Top 5 tech interview no-nos

A tech interview is one of the most strenuous things that a programmer can be put through. Companies like Google and Facebook put prospective employees through as many as 8 to 9 rounds of interviews before making a hiring decision. Each round is tougher than the previous round and the number of mistakes that you can make is directly proportional to it.

Most mistakes are hardly ever technical. They're mostly related to interpersonal skills or the lack thereof!

Here are 5 ways in which you can mess up your tech interview.

Talking too much 

Alright. You're interviewing with Google. You're excited! That's understandable. But being too excited can cost you that job like it did for Prakash Tibrewal.

Here is his story.

"During campus selections, I had an interview with Facebook. I had butterflies in my stomach!

The interview duration was 50 min. When the interview started, the interviewer was talking about what he was working on (just to make me comfortable). I was so excited that I asked him questions for the next 25 minutes.

That, believe it or not, was my biggest mistake. After those first 25 minutes, he gave me a problem to solve. While I figured out the algorithm quickly, I couldn't finish writing the code in time.

My interview as over after round 1.

This experience taught me that I must gauge a situation and learn to ask questions at the right time."

While asking too many questions can be unfavorable, asking a few or no questions can be interpreted as a display of lack of interest in the company. It is important to get the balance right.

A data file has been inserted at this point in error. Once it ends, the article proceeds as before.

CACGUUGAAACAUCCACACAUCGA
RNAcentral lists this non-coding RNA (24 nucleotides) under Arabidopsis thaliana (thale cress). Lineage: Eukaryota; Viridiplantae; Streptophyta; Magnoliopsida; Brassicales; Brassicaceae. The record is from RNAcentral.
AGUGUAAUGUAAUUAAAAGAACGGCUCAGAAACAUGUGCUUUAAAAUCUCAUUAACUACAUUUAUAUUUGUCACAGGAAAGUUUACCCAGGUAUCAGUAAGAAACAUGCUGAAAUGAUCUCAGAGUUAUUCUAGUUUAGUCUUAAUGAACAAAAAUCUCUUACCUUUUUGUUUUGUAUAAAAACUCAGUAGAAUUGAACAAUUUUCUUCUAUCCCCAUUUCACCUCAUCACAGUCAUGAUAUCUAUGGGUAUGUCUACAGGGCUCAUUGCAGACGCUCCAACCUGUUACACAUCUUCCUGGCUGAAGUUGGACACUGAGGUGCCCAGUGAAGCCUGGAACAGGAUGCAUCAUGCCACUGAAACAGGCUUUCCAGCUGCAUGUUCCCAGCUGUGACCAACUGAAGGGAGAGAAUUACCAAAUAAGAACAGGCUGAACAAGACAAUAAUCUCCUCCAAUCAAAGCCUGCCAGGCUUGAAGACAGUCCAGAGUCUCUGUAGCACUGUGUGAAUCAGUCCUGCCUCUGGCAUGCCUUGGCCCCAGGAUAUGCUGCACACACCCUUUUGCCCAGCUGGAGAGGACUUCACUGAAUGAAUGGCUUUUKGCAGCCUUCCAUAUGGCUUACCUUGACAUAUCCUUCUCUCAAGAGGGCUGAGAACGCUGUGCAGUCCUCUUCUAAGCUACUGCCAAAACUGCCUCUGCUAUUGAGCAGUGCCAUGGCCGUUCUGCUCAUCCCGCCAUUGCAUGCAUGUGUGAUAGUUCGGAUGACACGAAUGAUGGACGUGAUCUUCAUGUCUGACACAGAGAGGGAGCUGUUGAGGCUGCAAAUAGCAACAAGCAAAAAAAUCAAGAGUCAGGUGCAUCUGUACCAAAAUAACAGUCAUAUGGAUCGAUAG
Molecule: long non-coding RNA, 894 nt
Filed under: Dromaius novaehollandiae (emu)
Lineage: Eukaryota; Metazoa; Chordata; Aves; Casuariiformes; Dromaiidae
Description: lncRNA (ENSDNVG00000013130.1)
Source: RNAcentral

However, as a rule of thumb, it is better to let the interviewer do most of the asking.

Being over confident 

Coding interviews can be a nerve-racking ordeal. You may know the answer to every question but nervousness can get the better of you and you are prone to making silly mistakes.

Prakash Deivakani let nervousness get the better of him at his interview with Facebook.

Here's his story.

"I was interviewed by Ajay Somani of Facebook (Red in Topcoder). I was a grey coder by then. He asked me to solve a problem on the board.

I made a mistake and he asked, "Are you sure your solution is correct?" I identified the mistake and corrected it.

He asked again, "Are you sure your solution is correct?". Again, I identified the mistake and corrected it.

He asked yet again, "Are you sure your solution is correct?". While I remained silent, he said, "Your solution is correct. You can wait outside."

There are a few coders who are overconfident bordering on arrogant. It is very important to be confident yet humble. Any sign of arrogance is just going to tell the recruiter that you could be a bad team player.

Find that sweet spot between confidence and humility and you should be fine.

Taking the competition into office 

Do some ground work about the company you are going to interview with. Who knows, using your favorite device might not go down too well with your prospective employer.

Here's what Doug Luce found out.

"I pulled out an iPad mid-interview to google the interviewer's question. He became visibly agitated and told me I couldn't do that.

The rest of the interview went downhill from there."

We're not quite sure if he was upset about the iPad or the fact that he was googling the question.

Rajat Khandelwal also had a similar experience.